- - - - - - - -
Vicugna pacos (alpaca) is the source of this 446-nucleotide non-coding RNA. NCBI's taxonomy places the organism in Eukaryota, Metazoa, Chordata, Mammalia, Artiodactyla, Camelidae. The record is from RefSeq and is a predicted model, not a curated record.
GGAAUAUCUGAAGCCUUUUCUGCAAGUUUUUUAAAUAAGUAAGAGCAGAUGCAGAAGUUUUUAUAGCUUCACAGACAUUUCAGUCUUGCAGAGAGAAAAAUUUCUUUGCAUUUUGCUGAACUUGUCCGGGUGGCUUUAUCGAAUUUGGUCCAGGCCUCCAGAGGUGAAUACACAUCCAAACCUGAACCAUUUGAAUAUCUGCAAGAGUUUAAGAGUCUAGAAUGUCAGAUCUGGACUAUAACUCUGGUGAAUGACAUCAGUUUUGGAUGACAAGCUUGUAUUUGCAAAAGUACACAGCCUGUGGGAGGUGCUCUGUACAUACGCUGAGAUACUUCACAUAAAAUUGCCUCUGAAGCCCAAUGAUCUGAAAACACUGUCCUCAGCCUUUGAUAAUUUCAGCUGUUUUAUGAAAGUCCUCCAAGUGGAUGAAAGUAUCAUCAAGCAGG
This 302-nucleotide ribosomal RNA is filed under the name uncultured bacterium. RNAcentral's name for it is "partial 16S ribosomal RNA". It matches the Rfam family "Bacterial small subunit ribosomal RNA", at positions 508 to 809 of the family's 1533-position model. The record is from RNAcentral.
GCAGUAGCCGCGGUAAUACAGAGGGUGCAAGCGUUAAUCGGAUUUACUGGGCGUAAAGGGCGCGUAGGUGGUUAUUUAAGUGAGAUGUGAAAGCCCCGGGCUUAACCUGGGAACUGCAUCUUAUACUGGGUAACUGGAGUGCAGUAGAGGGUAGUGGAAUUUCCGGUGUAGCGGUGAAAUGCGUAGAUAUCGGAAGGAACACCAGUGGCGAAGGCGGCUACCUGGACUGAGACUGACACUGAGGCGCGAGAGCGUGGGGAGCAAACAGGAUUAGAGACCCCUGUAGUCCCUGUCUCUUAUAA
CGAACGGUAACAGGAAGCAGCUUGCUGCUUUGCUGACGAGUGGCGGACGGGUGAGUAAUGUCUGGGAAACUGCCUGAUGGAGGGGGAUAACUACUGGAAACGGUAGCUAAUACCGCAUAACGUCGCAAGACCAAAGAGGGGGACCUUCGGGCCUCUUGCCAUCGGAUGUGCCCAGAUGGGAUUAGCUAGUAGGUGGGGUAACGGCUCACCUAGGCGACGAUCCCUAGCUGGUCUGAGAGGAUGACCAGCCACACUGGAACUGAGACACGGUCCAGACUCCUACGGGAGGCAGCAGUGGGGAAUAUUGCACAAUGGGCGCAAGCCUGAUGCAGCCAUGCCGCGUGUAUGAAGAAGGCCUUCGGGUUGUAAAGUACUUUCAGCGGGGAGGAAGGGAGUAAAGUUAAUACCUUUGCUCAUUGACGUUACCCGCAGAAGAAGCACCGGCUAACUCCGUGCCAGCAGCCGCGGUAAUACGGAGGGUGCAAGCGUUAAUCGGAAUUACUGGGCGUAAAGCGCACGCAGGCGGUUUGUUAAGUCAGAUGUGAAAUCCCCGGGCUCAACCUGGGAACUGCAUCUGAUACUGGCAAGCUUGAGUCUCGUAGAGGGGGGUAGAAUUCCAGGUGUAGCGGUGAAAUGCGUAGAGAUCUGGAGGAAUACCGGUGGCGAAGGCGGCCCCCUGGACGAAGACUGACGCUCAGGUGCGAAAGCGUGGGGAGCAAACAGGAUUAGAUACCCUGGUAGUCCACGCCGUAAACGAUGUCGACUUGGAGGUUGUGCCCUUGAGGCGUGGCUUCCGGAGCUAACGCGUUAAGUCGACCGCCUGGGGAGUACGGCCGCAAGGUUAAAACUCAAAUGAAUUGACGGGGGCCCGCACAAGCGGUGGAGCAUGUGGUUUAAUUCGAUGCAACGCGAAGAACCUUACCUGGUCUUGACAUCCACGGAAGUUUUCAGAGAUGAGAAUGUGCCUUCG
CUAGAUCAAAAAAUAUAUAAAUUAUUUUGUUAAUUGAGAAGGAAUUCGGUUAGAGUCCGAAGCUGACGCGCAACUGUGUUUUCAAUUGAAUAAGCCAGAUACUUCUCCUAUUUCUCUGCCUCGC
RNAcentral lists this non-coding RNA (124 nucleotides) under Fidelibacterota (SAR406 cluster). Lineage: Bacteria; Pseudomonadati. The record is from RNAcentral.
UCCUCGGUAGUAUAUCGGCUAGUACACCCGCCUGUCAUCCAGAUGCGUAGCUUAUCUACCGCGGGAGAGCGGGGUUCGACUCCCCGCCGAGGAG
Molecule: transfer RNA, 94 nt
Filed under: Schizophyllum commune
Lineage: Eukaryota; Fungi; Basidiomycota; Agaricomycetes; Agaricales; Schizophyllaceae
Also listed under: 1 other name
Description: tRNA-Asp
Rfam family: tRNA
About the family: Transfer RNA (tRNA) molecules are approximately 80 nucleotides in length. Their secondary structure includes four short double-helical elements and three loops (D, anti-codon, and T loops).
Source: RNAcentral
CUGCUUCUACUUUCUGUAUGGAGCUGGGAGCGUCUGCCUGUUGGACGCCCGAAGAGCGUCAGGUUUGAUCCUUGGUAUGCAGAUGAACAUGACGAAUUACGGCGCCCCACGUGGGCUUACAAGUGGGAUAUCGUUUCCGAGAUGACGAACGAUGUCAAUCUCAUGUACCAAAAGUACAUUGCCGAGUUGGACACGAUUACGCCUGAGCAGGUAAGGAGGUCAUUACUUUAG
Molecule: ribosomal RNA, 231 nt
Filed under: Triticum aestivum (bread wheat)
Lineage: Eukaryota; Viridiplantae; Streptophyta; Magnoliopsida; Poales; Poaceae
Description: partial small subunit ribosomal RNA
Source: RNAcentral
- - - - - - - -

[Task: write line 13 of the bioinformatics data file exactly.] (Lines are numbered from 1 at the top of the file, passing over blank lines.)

Description: tRNA-Asp